Africa’s Digital Revolution Accelerates During Pandemic
When street vendor Patrick Macharia needs to restock his Nairobi fruit and vegetable stand, he picks up his mobile phone and places his order. The next morning, the order arrives fresh from the farm, on time and ready for customers.
It’s a far cry from the old days, when vendors like Macharia would wake up at 3 a.m. to get to the crowded wholesale warehouse, haggle for the best produce they could afford, then haul it all back through traffic-clogged streets.
Macharia’s supplier, Twiga Foods, along with its clients on the farms and in the streets, is a key player in the technological revolution sweeping Africa. It’s a revolution that has picked up speed in response to the COVID-19 pandemic, changing the way people do everything, from buying and selling to visiting the doctor.
“The pandemic’s silver lining is the chance to experiment with technologies and co-operative approaches across borders that could lead to safer, more sustainable and more inclusive global futures,” Sanjeev Khagram, the Uganda-born dean of the Thunderbird School of Global Management at Arizona State University, wrote in The Economist.
Across Africa, mobile money platforms have grown rapidly as shoppers avoid spreading COVID-19 through hand-to-hand cash transactions. Lockdowns have limited business in crowded markets, where so much of the continent’s informal economy takes place, moving it to online orders and door-to-door deliveries.
“Everybody plunged in and decided to try it out, and then they said, ‘This thing actually works!’” Juliet Anammah, head of institutional affairs for Jumia, Africa’s largest online retailer, told African Business.
Twiga Foods has become a model for the future of business. The 6-year-old technology company connects farmers in 20 counties in southern Kenya directly with vendors through its mobile ordering system.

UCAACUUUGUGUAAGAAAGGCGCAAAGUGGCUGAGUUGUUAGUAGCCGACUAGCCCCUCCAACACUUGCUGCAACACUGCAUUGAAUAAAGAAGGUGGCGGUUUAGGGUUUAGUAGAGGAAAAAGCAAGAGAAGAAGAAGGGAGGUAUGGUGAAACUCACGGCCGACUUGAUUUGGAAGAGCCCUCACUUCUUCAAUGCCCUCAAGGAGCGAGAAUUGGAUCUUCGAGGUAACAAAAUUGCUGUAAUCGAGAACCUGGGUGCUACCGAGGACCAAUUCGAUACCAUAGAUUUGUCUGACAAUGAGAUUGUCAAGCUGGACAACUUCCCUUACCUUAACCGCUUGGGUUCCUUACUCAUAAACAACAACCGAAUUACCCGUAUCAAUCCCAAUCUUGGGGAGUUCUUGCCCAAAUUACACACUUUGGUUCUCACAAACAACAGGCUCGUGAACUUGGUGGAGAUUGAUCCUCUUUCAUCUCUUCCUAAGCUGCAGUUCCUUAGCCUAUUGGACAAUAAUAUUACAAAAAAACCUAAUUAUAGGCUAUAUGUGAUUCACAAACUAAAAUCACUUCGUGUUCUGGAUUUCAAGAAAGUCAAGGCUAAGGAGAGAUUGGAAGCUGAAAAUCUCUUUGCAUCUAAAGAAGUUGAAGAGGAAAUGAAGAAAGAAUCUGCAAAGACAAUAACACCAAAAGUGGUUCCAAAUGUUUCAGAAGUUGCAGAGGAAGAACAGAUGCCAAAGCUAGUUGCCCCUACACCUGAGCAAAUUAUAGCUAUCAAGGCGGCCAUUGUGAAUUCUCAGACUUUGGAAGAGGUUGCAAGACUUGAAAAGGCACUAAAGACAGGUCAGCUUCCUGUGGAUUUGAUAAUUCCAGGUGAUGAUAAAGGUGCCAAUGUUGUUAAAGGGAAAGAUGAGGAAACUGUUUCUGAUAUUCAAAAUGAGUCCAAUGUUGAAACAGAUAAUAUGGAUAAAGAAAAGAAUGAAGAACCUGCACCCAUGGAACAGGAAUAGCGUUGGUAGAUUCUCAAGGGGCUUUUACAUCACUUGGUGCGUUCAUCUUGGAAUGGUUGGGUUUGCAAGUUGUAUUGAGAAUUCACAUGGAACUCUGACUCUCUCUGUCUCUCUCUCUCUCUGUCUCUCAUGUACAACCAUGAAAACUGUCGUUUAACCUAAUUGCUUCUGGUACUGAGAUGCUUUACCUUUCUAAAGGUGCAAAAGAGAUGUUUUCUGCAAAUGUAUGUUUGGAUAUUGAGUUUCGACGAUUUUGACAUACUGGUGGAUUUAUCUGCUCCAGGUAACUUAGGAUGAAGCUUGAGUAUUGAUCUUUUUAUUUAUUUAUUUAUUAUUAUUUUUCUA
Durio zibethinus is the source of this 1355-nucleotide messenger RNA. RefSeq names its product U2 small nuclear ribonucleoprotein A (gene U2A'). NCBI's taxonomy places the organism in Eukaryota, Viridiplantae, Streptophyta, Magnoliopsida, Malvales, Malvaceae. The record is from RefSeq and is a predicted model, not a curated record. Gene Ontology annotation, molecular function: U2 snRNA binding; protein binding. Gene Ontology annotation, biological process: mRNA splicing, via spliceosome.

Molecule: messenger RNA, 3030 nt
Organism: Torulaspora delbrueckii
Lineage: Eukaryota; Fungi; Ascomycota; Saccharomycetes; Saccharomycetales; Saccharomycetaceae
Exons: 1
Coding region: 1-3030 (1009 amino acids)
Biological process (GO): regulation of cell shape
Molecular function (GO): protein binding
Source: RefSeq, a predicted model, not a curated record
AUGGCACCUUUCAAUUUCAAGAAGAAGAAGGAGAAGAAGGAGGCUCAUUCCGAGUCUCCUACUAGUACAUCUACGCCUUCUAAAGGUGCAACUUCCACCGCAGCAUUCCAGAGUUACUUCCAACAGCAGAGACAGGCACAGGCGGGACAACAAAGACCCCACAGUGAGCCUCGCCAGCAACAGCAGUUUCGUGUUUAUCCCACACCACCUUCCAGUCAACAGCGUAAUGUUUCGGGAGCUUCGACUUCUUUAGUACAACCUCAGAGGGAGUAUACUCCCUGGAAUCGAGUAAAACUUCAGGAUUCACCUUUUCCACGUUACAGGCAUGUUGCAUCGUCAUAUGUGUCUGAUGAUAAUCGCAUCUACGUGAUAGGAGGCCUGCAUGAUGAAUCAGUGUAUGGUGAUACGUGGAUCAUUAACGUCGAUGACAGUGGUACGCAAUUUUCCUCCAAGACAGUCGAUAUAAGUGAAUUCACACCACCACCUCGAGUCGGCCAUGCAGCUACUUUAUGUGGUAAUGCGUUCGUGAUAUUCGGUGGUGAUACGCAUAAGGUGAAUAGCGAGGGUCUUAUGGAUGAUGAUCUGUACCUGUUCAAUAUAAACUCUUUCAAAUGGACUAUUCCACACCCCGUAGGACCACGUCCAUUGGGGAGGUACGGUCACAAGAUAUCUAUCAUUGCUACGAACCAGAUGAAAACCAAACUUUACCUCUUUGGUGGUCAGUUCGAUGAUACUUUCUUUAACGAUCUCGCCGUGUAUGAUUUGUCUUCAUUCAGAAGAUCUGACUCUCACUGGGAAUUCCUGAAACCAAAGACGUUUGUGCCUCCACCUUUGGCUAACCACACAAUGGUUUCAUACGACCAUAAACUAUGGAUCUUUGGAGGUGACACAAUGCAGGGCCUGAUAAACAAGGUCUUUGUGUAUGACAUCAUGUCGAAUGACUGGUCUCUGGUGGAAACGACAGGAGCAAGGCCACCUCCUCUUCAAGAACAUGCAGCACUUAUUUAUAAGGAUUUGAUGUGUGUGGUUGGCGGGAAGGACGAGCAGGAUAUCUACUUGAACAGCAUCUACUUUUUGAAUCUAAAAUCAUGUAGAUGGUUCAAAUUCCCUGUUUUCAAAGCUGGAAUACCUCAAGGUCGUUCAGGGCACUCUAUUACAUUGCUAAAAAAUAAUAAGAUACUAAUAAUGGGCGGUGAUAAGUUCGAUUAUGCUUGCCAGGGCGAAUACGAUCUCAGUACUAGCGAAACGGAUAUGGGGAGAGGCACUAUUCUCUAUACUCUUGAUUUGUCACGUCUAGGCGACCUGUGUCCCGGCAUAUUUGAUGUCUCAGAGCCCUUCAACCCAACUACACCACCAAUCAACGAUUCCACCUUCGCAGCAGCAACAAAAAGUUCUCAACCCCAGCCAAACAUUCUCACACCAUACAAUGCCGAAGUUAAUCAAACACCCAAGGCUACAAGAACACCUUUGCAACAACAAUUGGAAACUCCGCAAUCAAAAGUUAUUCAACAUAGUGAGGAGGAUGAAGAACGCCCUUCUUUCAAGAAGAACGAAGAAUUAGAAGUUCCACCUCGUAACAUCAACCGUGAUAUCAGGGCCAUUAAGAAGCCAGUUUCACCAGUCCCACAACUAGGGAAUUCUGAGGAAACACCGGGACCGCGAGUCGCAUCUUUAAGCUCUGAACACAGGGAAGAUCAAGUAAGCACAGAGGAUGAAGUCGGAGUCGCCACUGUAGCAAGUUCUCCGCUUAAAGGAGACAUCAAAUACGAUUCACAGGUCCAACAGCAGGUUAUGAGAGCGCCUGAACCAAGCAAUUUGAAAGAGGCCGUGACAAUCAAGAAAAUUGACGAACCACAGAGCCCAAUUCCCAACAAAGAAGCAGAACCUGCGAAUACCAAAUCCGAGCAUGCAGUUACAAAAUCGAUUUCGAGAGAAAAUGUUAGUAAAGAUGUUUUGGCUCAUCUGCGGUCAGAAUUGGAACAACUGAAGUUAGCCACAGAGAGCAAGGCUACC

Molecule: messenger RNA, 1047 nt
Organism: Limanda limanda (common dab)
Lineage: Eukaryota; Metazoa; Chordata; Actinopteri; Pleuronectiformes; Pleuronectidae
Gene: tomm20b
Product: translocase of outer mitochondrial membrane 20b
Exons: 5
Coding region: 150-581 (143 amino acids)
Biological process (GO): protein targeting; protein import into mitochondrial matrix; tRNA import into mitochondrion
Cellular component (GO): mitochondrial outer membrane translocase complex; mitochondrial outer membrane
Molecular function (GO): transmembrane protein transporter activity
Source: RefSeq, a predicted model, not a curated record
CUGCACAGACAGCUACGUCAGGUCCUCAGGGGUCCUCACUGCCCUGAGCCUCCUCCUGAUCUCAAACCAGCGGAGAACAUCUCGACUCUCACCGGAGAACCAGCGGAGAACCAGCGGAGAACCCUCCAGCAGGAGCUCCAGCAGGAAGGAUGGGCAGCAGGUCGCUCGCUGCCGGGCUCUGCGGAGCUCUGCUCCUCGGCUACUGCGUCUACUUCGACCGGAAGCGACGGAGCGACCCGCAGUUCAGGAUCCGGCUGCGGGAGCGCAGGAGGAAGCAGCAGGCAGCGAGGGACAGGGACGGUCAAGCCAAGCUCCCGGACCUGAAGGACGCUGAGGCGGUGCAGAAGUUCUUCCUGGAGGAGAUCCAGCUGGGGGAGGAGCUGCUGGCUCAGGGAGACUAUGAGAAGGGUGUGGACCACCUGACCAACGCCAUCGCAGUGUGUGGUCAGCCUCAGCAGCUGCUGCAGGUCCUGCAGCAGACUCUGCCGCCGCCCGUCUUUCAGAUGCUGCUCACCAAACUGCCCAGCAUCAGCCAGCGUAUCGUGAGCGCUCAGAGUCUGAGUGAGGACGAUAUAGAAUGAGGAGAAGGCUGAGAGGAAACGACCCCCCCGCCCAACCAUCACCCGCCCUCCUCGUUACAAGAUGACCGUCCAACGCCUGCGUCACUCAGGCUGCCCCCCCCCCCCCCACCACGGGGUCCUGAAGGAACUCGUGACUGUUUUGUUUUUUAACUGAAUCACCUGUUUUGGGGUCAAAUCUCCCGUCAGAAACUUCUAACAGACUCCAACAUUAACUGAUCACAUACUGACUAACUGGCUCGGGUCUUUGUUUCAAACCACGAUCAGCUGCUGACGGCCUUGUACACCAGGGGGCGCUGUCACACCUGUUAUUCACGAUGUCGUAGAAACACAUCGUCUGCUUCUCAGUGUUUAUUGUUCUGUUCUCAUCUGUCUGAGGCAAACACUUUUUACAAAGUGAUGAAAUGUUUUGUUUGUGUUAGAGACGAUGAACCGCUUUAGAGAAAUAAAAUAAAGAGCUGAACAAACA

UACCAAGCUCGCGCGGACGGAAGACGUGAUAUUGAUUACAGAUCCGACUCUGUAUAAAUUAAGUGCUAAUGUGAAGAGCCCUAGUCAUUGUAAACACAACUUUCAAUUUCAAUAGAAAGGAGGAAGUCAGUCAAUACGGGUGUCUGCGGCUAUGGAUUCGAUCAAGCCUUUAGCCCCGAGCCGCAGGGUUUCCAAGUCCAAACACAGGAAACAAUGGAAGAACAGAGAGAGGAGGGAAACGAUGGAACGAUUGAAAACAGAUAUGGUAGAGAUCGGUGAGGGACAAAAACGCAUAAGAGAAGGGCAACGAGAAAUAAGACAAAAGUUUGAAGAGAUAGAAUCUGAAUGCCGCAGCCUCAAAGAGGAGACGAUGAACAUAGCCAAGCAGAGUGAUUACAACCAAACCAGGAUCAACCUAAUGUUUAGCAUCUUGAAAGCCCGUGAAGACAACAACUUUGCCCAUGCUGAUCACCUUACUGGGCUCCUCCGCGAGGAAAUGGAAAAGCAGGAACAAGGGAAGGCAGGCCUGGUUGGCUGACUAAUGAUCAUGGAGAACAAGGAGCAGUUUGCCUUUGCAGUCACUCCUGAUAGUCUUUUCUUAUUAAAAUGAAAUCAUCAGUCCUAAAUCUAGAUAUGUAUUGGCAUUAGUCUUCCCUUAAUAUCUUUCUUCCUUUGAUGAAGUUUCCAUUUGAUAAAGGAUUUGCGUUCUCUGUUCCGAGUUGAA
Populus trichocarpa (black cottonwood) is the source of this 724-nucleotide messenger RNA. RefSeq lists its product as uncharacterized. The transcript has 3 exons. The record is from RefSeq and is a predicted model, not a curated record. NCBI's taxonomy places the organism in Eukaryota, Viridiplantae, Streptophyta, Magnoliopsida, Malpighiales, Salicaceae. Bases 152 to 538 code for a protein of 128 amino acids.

The system gives farmers a guaranteed market, and vendors get a more reliable supply of produce and dry goods to sell and pay using Kenya’s M-Pesa mobile payment app — all at the push of a mobile app button.
“That, for the first time for a farmer, gives them a transaction history,” said Mahia-John Mahiani, Twiga’s CFO. “For the first time they can say, this isn’t just my shamba [farm], this is biashara [a business]. This is a business that they can now leverage to access credit and other services from a financial institution.”
CEO Peter Njonjo says that by streamlining the supply chain from farmer to vendor, Twiga has made food cheaper and better. During the pandemic, Twiga began marketing directly to consumers and has plans to expand its offerings beyond food. Similarly, Uganda’s Online Butchery moved from selling solely to businesses to marketing directly to consumers.
“If technology could aggregate more of these retailers, imagine the opportunities that would then be created from that,” Njonjo said in an International Finance Corp. interview. “Within the continent, there’s a significant opportunity in addressing some of the bottlenecks to access the local demand of the local consumers on the continent.”
Twiga is not alone in using technology during the pandemic to improve commercial transactions. In Uganda, Market Garden links female market vendors with farmers via a motorcycle-based delivery system. Kenyan-based iMIango satellite network helps children keep up with their education during lockdowns, even in remote villages. Ghana’s mPharma provides an online system for buying medicine that avoids the continent’s proliferation of counterfeit drugs. In South Africa and Nigeria, telehealth apps make it possible for people to visit a doctor without leaving their homes.
“The unprecedented context [of the pandemic] is simultaneously driving us to become far more reliant on breakthrough digital, biological and physical technologies and far more inventive about how we can use these emerging technologies to create value in new ways,” Khagram wrote.
And, across the continent, digital currency is rapidly replacing paper money, with hundreds of millions of dollars’ worth of transactions each year passing though payment systems such as M-Pesa, DPO in South Africa and Paystack in Nigeria.
Although COVID-19 may have helped supercharge Africa’s booming tech sector, founders and CEOs expect to see even more growth as the pandemic recedes and the African Continental Free Trade Area takes shape.
“What we should aim for is to have one big digital logistics platform,” Nigerian tech entrepreneur Obi Ozor told CNN. “That’s when we start solving the problem in the economy. If we’re fragmented and not partnering, we are not able really to have the skill to solve the problem in the economy.”